This post could also be called "Earth to Professors", as it is about the different planes (spheres?) of existence of most students as compared to most professors. It is not surprising of course that there are gaps in experiences and expectations between students and professors, yet from what I've seen, students and professors alike are continually amazed at the mystifying behavior of the other. Or maybe it's just me; I don't understand many of my colleagues either.
This disconnect has many varieties, but one that I encounter when teaching an introductory course is a mismatch in perception of what is an Essential Concept that must be understood for the student to understand the world and what is a Random Fact that students have to memorize for no apparent good reason.
A week or so ago a student came to talk to me about her quiz. She pointed to one question that I had put at the very beginning as a confidence booster/at-least-I-will-get-some-points-even-if-I-can't-answer-any-other-questions kind of question. It was a question that 99% of the class got right, just not this student. I was amazed that a living human being in college could miss this question.
She said "That's a random fact that I just didn't happen to memorize. I didn't know you were going to ask us about details like that." Her "random fact" was something I consider a basic concept that most people over the age of 5 know, but I didn't want to make her feel worse than she already did. So I didn't say that. I said "Even if you consider it a 'random fact', it is something I mentioned in several classes as a basic concept and it is covered in Chapter 1 of the textbook." She said "But I didn't go to those classes and I didn't read the textbook." Oh, OK. In that case, let me give you the points back. No, I didn't say that either.
Another student who was unhappy about his quiz came to talk to me. He pointed to a question he got completely wrong and for which he received no points and said "I read the question wrong, but for the wrong way that I read it, I gave the right answer. I think I should get some points for that." I looked at the question, which contained 6 words, and asked him how he had (mis)read it. He said "I didn't see that word" (points to the one noun in the sentence). In fact, he was right that if you substitute a completely different and unrelated noun for the real noun, you could possibly explain his bizarre answer. I didn't think it reasonable to give points for that; he didn't think it reasonable that I didn't even give him partial credit for his completely wrong answer.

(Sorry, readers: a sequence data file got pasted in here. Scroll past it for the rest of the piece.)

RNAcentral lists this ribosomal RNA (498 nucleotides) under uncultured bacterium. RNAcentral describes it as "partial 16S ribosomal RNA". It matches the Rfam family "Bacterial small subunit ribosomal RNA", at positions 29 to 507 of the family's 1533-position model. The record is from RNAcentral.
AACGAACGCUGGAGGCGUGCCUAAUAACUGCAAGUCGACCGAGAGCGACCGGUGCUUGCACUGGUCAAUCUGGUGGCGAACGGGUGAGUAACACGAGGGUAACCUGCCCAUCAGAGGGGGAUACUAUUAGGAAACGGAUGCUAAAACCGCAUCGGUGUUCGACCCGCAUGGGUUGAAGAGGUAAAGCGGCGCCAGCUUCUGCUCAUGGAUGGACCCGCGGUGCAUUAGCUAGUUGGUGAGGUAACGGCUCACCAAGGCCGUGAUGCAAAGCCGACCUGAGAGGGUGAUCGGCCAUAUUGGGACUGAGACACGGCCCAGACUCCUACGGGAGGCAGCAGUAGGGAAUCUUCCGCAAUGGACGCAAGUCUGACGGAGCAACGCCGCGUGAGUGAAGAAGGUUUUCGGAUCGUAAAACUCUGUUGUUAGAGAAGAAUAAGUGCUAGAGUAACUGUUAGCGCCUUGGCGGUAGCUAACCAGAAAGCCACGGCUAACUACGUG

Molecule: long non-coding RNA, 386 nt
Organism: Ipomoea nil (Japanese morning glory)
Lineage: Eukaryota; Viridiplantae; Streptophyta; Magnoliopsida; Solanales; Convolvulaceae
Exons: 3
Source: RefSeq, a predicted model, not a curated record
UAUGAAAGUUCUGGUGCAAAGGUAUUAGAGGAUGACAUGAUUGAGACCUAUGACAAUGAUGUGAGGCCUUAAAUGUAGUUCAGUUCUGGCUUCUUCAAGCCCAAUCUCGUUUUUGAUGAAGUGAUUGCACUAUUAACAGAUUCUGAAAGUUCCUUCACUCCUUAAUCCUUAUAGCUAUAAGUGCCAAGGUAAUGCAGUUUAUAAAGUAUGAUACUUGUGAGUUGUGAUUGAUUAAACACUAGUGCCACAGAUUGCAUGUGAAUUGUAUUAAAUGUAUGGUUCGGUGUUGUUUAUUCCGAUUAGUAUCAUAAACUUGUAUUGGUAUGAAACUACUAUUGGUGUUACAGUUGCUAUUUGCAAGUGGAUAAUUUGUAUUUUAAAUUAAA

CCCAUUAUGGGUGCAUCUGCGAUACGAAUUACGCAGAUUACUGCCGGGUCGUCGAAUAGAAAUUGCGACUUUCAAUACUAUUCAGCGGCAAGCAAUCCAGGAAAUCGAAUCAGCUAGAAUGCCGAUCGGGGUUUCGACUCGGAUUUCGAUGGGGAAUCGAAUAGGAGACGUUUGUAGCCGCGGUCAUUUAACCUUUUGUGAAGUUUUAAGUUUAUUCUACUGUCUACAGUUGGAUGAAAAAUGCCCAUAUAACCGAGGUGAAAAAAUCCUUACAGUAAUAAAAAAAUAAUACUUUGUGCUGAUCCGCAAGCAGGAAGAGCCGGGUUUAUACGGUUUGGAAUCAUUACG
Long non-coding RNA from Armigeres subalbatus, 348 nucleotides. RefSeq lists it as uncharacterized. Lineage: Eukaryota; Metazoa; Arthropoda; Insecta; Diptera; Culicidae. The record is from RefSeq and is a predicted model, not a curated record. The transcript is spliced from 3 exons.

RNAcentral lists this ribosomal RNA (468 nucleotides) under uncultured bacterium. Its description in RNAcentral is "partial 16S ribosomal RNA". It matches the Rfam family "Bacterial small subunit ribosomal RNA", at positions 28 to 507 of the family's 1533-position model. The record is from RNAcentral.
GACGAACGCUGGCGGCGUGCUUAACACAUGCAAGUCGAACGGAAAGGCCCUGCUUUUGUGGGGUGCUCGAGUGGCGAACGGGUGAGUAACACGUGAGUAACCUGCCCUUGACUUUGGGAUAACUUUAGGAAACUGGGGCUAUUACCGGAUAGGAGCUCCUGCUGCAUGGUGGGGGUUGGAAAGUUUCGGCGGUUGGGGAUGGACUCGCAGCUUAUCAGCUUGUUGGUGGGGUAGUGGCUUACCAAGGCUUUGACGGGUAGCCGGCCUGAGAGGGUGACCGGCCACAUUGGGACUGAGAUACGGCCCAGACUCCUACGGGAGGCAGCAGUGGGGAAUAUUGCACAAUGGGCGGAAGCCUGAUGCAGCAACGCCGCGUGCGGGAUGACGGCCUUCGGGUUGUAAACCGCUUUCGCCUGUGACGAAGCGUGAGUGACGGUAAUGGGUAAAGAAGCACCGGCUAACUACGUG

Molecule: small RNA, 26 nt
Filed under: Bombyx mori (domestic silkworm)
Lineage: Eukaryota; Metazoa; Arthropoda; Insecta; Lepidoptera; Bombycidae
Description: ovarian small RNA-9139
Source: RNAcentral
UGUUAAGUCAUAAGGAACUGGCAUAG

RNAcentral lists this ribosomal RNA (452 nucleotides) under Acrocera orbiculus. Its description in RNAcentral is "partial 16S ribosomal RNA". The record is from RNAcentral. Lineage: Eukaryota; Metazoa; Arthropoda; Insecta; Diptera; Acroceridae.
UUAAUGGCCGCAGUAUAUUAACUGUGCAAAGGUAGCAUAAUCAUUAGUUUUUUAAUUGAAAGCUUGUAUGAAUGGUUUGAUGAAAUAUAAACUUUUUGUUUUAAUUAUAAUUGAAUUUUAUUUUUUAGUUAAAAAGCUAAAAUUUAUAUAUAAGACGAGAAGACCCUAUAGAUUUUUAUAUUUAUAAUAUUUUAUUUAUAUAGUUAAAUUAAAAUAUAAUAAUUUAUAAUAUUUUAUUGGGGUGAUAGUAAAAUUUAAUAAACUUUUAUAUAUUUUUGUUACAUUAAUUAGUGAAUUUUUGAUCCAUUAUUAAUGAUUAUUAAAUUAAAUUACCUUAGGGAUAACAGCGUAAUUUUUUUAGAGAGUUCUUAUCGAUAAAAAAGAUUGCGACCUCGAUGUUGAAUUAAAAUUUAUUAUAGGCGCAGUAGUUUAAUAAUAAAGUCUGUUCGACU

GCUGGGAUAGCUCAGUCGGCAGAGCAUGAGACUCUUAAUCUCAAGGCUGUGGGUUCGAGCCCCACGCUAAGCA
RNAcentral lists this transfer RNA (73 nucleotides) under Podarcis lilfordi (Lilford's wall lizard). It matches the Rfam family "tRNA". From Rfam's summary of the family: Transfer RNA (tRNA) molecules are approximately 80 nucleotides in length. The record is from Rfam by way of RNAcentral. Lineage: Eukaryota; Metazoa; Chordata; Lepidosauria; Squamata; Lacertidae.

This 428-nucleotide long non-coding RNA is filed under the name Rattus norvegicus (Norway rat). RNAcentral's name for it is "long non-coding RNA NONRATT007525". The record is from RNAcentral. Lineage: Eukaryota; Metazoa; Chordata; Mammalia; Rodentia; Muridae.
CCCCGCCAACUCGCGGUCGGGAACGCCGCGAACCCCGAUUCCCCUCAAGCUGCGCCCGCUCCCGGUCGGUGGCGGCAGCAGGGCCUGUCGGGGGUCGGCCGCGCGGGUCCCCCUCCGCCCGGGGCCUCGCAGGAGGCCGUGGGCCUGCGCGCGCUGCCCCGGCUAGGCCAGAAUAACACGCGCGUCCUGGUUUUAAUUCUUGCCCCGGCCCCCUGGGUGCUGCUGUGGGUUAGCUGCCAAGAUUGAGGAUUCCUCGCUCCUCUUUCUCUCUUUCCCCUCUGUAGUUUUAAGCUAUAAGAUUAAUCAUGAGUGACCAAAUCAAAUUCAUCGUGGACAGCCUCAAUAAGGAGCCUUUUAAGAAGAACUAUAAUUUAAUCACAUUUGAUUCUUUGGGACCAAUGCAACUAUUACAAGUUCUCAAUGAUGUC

A student emailed me: Hi, I missed the class today and I am thinking that I really need to know the things in this class before the exam. Please tell me when you will be giving the lecture again so that I can attend this time. your student, X
This email surprised me at first, but once I thought about it I realized that he must have taken an intro class in another department in which one person teaches multiple sections of the course. Perhaps the email reflects how the student has thus far experienced a big university, but if so, it's too bad that he hasn't encountered more professors and/or smaller classes and gained a clearer idea of how a large part of the university functions. I don't expect students to have a detailed understanding of what my professor job entails, but I'd like to think that most students know a bit more than this student seems to. I looked him up in my class list and saw that he's a senior, so he's probably not going to get a broader view before he leaves here.
These types of interaction will always happen. They remind students that professors are strange, and they remind some of us professors that we are talking to people whose experiences and points of view are very remote from our own.
Fortunately for the student, if he/she doesn't like the exam questions or how they were graded, the student can give the professor a low grade on the end-of-term evaluation. I personally think that all professors should get an A just for the effort of teaching, but I understand that we can't have teaching evaluation inflation and that it is better for the reputation of an academic institution if professors get average evaluations.
10 years ago